Our scrubber vessel consists of a glass round-bottom flask fitted with multiple ports to accommodate H2S inflow, scrubber solution outflow, and sulfide solution returning from the photoreactor.  It also has ports for a pH monitoring electrode and a pressure relief valve.  Initially, the vessel contents, consisting only of scrubbed bisulfide ion, are clear in color.


This is the pH monitor, which tells the H2S solenoid when to supply more gas to the scrubber.  In this scene, the monitor has been set to pH 7.  By maintaining scrubber pH in the neutral to moderately alkaline range, sulfur- laden solution coming from the photoreactor can be induced to release its sulfur content.


Once the system is brought up and the photoreactor turned on, the photolyte quickly turns yellow from the production of complexed sulfur.  Even though most of the disulfide  complex decomposes in the scrubber, enough remains so that the scrubber solution in the steady state is decidedly yellow.


 Shown here is a  flowmeter and the pump that draws sulfide solution from the scrubber and sends it to the photoreactor.  The UV photoreactor is housed in a 6-foot black box standing on the floor to the right.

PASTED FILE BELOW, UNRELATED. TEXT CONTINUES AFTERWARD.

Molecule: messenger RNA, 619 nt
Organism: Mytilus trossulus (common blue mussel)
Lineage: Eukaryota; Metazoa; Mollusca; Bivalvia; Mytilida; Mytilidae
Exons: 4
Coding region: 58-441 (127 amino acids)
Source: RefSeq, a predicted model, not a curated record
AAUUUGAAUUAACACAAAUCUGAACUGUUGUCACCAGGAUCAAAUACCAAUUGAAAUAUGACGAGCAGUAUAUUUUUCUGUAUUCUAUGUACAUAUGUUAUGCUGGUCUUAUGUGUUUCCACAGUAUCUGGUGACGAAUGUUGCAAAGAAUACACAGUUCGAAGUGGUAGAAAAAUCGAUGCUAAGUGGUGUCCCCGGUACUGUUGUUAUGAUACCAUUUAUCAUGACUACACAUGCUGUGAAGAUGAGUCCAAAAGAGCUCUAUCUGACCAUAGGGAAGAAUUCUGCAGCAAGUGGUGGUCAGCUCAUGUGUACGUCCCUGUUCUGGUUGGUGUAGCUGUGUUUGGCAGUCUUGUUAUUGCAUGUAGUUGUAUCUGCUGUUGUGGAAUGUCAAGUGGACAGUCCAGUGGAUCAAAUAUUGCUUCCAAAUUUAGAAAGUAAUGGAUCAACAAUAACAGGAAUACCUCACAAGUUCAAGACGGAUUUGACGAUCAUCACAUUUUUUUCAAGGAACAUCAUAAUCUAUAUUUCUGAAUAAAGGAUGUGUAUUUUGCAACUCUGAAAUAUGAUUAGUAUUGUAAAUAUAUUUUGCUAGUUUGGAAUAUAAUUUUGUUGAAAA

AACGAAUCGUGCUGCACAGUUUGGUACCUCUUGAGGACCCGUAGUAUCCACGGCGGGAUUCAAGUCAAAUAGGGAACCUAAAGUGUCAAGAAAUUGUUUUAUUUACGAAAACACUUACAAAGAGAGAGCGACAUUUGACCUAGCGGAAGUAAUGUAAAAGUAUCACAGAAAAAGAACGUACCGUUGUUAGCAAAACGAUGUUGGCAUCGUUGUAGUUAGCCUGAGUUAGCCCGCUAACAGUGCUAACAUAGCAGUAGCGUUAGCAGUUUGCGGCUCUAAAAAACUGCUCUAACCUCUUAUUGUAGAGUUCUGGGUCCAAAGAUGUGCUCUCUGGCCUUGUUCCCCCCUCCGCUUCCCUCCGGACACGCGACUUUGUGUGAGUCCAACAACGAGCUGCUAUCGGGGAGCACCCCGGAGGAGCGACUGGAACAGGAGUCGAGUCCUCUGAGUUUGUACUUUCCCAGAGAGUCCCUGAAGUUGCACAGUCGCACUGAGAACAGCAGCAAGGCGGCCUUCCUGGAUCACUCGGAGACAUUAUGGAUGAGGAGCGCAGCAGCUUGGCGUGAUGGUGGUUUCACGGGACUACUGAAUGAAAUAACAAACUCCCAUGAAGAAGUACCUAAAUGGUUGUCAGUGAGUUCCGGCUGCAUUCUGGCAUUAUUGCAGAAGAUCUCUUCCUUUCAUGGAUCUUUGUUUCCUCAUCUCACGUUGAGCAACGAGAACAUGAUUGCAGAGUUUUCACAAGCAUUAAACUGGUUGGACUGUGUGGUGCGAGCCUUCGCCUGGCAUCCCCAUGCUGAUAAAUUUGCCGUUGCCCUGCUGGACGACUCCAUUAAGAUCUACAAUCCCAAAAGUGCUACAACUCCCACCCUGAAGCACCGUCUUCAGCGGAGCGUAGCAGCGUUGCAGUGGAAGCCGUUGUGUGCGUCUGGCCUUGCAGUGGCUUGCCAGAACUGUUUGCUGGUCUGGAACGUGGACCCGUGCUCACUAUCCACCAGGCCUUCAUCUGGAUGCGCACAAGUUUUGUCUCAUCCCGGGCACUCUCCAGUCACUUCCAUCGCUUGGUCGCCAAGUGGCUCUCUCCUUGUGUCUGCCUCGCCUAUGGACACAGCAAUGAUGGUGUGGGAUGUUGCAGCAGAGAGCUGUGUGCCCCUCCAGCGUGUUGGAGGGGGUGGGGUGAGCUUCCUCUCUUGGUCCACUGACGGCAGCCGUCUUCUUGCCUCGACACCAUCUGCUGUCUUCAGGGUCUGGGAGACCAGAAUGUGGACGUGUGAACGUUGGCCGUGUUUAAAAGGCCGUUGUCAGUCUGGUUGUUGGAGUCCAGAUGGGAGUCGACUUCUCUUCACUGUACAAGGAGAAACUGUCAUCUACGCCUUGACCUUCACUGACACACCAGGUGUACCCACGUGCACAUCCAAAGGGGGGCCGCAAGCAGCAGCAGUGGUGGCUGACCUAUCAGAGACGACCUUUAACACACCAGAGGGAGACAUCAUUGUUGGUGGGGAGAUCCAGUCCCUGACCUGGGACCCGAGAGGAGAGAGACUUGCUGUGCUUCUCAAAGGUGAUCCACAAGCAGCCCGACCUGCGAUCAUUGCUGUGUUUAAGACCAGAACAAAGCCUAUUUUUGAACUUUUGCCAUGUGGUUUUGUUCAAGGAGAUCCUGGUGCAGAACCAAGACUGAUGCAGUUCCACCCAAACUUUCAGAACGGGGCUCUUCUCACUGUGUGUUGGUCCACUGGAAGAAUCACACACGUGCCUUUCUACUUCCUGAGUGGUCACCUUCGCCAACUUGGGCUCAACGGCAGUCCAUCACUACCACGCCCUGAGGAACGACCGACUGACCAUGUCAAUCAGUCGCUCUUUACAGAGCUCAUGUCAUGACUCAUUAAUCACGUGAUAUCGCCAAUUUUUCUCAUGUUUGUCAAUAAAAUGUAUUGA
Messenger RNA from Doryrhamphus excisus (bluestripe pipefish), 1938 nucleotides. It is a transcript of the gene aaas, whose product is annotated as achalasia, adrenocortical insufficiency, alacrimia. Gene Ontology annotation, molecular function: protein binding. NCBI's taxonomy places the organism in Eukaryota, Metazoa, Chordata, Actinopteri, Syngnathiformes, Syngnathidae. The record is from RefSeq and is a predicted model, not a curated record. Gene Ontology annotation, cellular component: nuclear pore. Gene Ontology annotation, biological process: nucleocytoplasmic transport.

The photoreactor consists of a 30”, 60 W, low pressure mercury lamp mounted along the centerline of an annular quartz reaction chamber.


This is a rare view of the photoreactor opened up while in operation.  A steady flow of hydrogen gas bubbles can be seen rising to the top of the reactor.


It was difficult to operate the gas collection apparatus straight out from the headspace of the photoreactor, so we installed a small gas separation vessel just downstream from the photoreactor.  In order to be able to measure the gas evolution volumetrically, it was necessary to maintain a constant head space inside the separator.  To perform this function, a fluid level gauge was connected via a relay to a small pump.


In this view, the photoreactor input, output to the scrubber, gauge wiring, and ancillary circulating pump can be seen.  Segregated pockets of gas and sulfide solution can be seen pushing through the 0.25” connection tubing into the separator.